Best Tools for Gardening Beginners

The equipment every newbie needs

A bad workman blames his tools. There’s some merit to the expression. But in some cases, you do need good tools to help you do your job properly. It’s even a little arrogant to assume that you don’t need help from time to time. Otherwise, you run the risk of being a tool yourself. 😉

Take gardening, for instance. Sure, you could go out there with your bare hands, unleashing havoc upon your unsuspecting shrubbery in some weird form of anger management. But you’d be far better off stocking up on a few gardening essentials first. Especially if you’re a beginner gardener.

Don’t know where to start? That’s ok – this post should clear up any confusion!

Tools-for-beginner
I think someone needs to add some window cleaner to their toolbox!

5 tools for new gardeners

I recommend gathering these bits ‘n’ bobs before stepping foot into your garden. (Well, unless you need to cross your garden to get to the car, to get to the store to buy these goods!)

But definitely have them ready before you commit to your first gardening session. Because you don’t want a lack of preparation putting you off what’s bound to be your new favourite hobby!

1. Gloves

Gloves
Like a glove!

What? It’s 40 degrees outside and I’m sweaty enough already. Why on earth do I need to wear gloves?!

Calm down, I’m not talking about winter woolies here. No, I’m referring to a specific type of gloves called – erm – gardening gloves. No surprises there.

Gardening gloves are designed to protect your delicate digits from thorns, splinters, stings and scratches. If you’re worried about getting your hands dirty for some reason, or about breaking a nail, they’ve got you covered in that department, too.

Tips for finding your perfect pair:

  • Gardening gloves should be bulky enough to offer protection, yet flexible enough so that you can work with your hands properly.
  • They should fit you – well, like a glove. Too tight and you’ll get blisters, too loose and they’ll keep slipping off.
  • Look for a breathable, waterproof fabric to keep your hands cool ‘n’ comfy.
  • Choose longer cuffs to prevent excess soil getting in and to save your poor wrists from the clutches of Mrs Rose Thorne. That ol’ cow.

2. Pruning Shears

shears
You got to trim it to win it!

Before Ed appeared with his gorgeous ginger ways, there was another thing sheeran around town. Pruning shears, that is. (Sorry. That was a particularly bad one.)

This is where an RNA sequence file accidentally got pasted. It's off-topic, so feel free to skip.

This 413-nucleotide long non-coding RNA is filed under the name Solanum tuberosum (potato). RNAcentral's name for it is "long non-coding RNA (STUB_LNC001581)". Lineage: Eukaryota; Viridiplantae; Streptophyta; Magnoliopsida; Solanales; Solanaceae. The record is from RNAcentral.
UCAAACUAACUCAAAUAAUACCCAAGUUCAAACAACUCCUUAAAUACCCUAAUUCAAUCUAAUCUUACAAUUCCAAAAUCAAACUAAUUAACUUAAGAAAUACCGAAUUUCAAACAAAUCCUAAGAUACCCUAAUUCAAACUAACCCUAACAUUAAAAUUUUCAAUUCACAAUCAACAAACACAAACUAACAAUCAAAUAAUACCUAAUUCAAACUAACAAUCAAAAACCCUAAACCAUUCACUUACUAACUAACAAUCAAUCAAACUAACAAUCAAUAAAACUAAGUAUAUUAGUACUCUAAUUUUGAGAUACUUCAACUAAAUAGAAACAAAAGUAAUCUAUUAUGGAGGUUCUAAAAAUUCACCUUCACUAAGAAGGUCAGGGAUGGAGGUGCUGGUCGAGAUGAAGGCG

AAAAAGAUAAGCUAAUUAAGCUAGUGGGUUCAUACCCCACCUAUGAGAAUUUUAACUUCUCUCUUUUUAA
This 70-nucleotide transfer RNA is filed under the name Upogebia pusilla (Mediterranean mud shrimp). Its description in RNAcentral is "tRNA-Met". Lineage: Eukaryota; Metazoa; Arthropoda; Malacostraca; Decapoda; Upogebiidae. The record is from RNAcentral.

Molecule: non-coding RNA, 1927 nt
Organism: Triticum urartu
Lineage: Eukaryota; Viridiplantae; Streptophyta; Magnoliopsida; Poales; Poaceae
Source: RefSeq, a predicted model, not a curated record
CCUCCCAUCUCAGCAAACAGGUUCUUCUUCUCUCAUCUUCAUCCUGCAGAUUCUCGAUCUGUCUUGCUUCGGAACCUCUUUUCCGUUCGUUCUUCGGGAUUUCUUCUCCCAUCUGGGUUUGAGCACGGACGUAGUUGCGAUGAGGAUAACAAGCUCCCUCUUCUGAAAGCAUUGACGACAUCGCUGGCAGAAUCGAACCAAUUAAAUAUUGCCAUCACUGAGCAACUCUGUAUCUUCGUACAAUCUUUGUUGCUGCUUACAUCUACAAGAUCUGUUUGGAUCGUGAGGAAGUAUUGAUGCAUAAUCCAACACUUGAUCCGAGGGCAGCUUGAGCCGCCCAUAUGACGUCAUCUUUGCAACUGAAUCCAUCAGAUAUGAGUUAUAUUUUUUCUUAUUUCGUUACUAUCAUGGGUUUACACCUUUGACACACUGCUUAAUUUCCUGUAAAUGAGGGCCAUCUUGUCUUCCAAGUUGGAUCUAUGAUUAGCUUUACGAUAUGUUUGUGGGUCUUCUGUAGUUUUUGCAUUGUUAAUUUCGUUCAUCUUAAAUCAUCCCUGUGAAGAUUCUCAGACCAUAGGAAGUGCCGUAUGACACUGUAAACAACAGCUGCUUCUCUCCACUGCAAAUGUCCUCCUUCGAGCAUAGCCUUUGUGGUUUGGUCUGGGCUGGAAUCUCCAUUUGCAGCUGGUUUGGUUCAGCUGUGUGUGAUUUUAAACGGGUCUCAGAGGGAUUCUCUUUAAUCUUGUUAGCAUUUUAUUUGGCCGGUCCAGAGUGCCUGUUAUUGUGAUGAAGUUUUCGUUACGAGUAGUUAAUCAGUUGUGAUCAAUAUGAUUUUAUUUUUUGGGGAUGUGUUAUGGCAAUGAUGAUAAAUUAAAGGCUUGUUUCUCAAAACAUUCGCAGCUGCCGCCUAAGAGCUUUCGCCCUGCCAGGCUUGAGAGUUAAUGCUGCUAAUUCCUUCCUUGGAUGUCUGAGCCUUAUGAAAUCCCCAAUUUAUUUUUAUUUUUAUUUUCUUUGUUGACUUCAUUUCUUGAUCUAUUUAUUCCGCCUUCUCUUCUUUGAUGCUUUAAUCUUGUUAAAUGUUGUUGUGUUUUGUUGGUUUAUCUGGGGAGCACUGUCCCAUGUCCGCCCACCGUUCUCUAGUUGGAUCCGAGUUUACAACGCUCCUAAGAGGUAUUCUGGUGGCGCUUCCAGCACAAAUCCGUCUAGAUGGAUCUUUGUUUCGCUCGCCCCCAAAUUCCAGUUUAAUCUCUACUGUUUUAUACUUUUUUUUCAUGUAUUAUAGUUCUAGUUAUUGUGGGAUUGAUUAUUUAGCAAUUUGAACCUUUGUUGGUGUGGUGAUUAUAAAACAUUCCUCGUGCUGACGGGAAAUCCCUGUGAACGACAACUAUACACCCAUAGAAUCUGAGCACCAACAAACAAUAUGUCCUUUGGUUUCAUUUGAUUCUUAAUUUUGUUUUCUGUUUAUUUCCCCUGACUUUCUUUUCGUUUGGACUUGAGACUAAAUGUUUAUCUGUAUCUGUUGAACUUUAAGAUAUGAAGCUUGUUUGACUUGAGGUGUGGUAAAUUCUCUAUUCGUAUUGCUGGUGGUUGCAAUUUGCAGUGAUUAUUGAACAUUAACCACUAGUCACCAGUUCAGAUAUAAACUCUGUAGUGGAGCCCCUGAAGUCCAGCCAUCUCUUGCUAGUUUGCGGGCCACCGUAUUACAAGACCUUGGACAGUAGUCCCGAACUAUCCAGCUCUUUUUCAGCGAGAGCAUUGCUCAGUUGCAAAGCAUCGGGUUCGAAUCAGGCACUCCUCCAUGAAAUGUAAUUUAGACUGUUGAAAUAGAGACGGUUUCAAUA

Anyway, these lads know all about keeping things Evergreen, too. (Again, sorry.)

Let’s move on. Basically, without a good set of shears, no one’s going to take you seriously as a gardener. Not even Mrs Rose Thorne. Your wild weeds and your boisterous bushes will laugh in your face. But if you step out in the sunlight, armed with the latest Scissor Sister… well. Shit’s about to get real.

Pruning shears help you nip problematic weeds firmly in the bud. Reigning in plants that are frankly, getting too big for their boots and keeping everything in order. Lovely jubbly.

Tips for finding your perfect pair:

  • If you need to cut away dead wood, go for anvil-style pruners. They’re made so that a sharp blade meets a flat surface – much like a knife on a chopping board.
  • To cut back live plants or green wood, choose bypass pruners. These bad boys are more like scissors, with a sharp blade passing by a sharp-edged flat surface. Edgy.
  • If you’ve got limited mobility in your hand – for instance, if you have a condition like arthritis – go for a set of ratcheting pruners. They’re pretty brutal. Just like ol’ Nurse Ratched and her shocking ways.
  • Remember, the size of your tool matters. You want a set of pruning shears that fit nicely in the palm of your hand.

3. Hand Trowel

trowels in the sand
Did someone say sand trowel?

Before you even consider throwing in the towel, invest in a trowel! These nifty numbers make every novice gardener’s job sooo much easier. Why? Well, you don’t have to scrabble around in the soil, wasting excess energy on pulling and patting with your fingers. Your hand trowel saves you the effort.